Residents of Berkeley’s Claremont neighborhood and Oakland’s Upper Rockridge district pass by monuments to racism every day and probably don’t realize it. It’s not that the monuments are physically hidden; they’re quite visible. But the monuments don’t openly celebrate racism — like a statue of Robert E. Lee. Instead, their history is hidden, at least to those who don’t know the story of how the neighborhoods began.
The monuments are actually large dual stone pillars that mark the entrances to the neighborhoods. The Claremont monuments guard the corner of Claremont Avenue and Hillcrest Road, and the white pillars of Upper Rockridge tower over Broadway at Rockridge Boulevard.
Both neighborhoods were created about the same time in the early 1900s by developers intent on establishing white-only areas. The developers attached racial “covenants” to the deeds of homes that forbid them from being sold or rented to people of color.
“No negroes, no Chinese, no Japanese can build or lease in Rock Ridge Park,” stated a 1909 advertisement in the San Francisco Call newspaper, referring to the neighborhood now known as Upper Rockridge.
“They would run ads that said, ‘No Negroids and no Mongoloids’ and all that nonsense,” said Oakland historian Dennis Evanosky.
In 1916, Duncan McDuffie, developer of the Claremont neighborhood, convinced the city of Berkeley to create some of the nation’s first zoning laws. Berkeley’s laws initially were based on race because McDuffie wanted to also keep the nearby Elmwood district all-white due to the fact that it didn’t have deed covenants. A year later, the U.S. Supreme Court outlawed race-based zoning, and in the following decades, racial covenants expired. The U.S. Supreme Court, however, didn’t outlaw the enforcement of them until 1948.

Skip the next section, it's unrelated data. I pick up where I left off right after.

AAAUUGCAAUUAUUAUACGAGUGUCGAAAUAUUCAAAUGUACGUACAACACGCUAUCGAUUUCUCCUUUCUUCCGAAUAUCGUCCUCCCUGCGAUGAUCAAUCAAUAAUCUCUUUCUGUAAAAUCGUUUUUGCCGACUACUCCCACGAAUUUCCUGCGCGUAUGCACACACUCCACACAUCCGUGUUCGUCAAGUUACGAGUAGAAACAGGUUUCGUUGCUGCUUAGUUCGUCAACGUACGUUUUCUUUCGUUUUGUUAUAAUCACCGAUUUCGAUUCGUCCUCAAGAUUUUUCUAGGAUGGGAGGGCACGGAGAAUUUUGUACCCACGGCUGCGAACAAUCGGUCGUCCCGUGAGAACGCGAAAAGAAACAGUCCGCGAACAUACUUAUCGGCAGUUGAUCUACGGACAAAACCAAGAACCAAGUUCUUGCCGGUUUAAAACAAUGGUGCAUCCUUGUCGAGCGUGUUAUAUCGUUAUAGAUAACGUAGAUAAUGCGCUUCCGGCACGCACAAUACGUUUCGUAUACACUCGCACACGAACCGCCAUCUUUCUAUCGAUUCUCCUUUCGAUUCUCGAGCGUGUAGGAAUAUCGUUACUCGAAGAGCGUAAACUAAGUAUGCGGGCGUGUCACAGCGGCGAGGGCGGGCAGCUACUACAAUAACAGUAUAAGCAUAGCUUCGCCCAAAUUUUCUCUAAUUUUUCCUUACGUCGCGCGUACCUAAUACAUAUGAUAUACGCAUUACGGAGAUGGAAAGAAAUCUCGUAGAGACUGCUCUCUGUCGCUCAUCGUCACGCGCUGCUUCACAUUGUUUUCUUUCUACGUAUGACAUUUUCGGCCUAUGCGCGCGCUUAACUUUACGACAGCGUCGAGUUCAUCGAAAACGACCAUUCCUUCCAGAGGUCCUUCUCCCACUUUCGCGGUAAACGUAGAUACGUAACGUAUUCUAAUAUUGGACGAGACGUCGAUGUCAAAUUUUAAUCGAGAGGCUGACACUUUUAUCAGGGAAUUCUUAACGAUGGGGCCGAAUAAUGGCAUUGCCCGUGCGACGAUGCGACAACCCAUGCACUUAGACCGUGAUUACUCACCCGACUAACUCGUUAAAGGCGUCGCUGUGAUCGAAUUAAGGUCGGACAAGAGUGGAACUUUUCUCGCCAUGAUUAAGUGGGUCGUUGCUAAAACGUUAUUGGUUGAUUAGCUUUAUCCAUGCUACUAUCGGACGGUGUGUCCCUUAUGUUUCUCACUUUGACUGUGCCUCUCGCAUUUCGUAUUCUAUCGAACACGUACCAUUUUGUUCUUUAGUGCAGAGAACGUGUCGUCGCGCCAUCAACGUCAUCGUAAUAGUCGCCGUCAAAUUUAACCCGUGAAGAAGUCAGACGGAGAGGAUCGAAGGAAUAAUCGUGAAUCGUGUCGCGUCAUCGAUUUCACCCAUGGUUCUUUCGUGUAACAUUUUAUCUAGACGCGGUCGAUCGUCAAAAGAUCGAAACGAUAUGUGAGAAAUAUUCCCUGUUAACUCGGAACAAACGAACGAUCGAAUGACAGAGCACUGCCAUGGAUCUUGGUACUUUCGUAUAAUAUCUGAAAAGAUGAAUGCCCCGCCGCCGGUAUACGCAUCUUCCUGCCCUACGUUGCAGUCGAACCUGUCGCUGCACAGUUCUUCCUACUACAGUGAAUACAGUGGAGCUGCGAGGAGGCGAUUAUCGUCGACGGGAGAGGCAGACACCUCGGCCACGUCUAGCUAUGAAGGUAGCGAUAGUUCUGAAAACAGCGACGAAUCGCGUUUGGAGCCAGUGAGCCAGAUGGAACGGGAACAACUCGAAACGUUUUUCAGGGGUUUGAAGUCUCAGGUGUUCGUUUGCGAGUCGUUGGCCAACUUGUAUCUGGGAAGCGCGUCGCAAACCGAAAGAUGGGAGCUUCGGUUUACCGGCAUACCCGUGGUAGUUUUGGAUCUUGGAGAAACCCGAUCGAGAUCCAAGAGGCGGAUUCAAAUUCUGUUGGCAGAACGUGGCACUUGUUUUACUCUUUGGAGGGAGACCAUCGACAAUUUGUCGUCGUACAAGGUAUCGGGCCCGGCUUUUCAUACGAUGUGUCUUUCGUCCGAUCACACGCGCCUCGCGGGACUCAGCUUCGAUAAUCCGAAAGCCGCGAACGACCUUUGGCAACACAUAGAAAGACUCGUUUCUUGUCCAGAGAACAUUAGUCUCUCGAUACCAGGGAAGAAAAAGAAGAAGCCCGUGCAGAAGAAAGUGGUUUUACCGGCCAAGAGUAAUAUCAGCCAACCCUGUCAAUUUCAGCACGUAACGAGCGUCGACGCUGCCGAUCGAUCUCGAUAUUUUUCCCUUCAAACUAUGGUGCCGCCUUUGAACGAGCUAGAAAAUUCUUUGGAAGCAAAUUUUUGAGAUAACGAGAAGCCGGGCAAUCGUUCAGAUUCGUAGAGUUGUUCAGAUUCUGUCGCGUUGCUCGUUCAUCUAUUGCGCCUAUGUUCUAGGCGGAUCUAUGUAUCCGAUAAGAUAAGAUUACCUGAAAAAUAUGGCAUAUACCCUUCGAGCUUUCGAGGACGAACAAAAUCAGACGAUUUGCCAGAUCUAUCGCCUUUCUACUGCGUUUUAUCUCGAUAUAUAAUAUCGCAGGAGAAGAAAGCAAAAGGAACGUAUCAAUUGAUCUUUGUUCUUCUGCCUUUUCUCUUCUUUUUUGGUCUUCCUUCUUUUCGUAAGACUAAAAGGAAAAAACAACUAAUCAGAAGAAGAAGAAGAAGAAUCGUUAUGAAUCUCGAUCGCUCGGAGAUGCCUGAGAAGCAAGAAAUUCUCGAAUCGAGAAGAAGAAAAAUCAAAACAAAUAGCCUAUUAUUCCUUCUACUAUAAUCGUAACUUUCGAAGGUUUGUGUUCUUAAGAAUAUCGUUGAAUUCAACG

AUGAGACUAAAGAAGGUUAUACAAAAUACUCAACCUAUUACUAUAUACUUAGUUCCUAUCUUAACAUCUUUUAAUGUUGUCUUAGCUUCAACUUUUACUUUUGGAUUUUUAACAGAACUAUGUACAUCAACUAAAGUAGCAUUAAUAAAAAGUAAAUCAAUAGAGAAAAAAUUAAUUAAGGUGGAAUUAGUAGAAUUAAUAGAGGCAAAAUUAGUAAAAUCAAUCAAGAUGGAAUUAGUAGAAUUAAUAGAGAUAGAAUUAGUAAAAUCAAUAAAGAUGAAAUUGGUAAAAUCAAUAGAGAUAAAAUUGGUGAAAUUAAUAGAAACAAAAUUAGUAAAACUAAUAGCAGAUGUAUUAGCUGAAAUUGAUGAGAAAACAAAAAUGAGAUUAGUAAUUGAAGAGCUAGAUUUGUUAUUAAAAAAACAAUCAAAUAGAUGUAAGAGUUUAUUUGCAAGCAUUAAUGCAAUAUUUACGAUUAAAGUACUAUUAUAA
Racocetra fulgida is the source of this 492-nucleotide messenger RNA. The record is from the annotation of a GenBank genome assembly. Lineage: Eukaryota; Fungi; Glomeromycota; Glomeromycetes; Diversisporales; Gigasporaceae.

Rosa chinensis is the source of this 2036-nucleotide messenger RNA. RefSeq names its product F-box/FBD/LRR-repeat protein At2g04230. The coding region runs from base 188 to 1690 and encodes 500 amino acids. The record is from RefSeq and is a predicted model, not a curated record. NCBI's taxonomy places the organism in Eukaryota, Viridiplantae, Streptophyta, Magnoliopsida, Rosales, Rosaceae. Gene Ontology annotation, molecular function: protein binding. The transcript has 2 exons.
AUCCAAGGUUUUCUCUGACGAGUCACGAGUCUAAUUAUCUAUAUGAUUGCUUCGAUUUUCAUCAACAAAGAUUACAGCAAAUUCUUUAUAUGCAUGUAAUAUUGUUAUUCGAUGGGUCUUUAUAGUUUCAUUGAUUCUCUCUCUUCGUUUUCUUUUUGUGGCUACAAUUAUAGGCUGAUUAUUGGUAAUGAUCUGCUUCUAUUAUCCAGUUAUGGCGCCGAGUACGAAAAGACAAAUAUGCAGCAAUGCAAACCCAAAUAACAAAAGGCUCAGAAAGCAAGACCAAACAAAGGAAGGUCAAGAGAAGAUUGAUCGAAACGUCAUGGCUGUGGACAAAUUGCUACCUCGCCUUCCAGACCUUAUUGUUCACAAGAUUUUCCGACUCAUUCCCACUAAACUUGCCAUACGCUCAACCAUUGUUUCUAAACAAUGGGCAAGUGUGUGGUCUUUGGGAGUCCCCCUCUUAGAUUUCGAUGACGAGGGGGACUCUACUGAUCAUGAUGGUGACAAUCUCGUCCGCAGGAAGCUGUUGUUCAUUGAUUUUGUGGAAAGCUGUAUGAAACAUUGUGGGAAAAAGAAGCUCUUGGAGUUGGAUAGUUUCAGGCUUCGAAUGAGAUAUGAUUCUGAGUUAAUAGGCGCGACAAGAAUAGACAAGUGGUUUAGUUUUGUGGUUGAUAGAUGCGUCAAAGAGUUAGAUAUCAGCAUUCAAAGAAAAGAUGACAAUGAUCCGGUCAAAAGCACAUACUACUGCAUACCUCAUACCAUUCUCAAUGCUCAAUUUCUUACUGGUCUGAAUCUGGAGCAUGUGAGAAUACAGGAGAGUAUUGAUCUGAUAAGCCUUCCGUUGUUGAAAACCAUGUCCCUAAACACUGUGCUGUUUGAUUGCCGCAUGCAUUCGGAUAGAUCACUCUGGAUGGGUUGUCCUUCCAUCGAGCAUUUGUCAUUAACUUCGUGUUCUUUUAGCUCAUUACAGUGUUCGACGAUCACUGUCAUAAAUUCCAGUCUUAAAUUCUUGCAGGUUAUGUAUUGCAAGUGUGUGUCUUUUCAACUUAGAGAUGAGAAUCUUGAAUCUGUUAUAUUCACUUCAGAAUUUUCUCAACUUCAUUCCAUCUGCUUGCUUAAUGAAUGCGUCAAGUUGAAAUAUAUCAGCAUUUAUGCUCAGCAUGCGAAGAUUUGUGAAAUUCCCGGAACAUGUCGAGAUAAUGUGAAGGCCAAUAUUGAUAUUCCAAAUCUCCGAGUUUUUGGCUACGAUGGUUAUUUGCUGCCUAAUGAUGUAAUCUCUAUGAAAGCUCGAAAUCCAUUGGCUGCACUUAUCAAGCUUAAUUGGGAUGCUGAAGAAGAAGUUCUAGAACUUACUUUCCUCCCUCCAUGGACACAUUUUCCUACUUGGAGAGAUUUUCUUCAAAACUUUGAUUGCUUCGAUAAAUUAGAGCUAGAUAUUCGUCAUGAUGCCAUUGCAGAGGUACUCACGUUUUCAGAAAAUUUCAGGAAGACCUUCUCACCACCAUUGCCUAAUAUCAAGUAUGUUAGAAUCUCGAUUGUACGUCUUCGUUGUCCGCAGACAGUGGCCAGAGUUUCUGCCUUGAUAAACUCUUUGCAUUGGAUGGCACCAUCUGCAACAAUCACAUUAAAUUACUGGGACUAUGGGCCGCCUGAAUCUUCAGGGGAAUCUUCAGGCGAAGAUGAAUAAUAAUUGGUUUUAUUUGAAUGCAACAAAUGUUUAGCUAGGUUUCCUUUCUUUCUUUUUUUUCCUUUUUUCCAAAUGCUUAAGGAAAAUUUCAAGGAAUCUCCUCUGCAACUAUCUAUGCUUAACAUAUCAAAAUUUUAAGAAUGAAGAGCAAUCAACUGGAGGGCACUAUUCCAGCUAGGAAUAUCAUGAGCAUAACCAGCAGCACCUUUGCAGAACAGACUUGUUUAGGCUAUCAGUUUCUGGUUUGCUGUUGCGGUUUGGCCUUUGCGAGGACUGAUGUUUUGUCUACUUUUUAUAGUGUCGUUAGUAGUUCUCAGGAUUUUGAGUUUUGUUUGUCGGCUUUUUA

Today, McDuffie is mostly celebrated because of his environmental record: He helped establish both the California State Parks and the East Bay Regional Park systems. But his racist legacy of exclusionary zoning continues in Claremont, Rockridge, Elmwood, and other neighborhoods. During the 1950s, ’60s, and ’70s, Oakland and Berkeley adopted exclusionary zoning rules — similar to the ones McDuffie originally advocated for — in many of the cities’ mostly white neighborhoods, only allowing single-family homes on most streets in order to block the construction of apartment buildings, which might rent to low-income people of color.
Those zoning rules are still in effect in 2017, and neighborhoods like Claremont and Upper Rockridge remain predominantly white. The big stone pillars serve as reminders of that racist heritage.
North Berkeley also has a street and an entire neighborhood named after virulent racist environmentalists: Joseph and John Le Conte. “It’s pretty disgusting when you think about it,” Evanosky said.
During the Civil War, the Le Conte brothers, who were both academics, helped build munitions for the Confederacy. They were also slave owners. Joseph Le Conte once wrote that freeing the slaves and allowing Blacks to vote was “the greatest political crime ever perpetrated by any people.”
But after the brothers moved west, John Le Conte, a physics professor, became president of UC Berkeley, and Joseph Le Conte landed a professorship of geology, natural history, and botany at the university.
Joseph Le Conte also co-founded the Sierra Club with his close friend John Muir and succeeded Muir as president of the organization. McDuffie served as the ninth president of the Sierra Club and also was chair of Save the Redwoods League.
Le Conte Hall on the UC Berkeley campus is also named after Joseph Le Conte, as is Le Conte Elementary School in Berkeley. In 2015, some parents and activists pushed to rename Le Conte school, citing Le Conte’s racist history, but opponents argued that the name should remain because of his academic and environmental accomplishments. It’s still called Le Conte.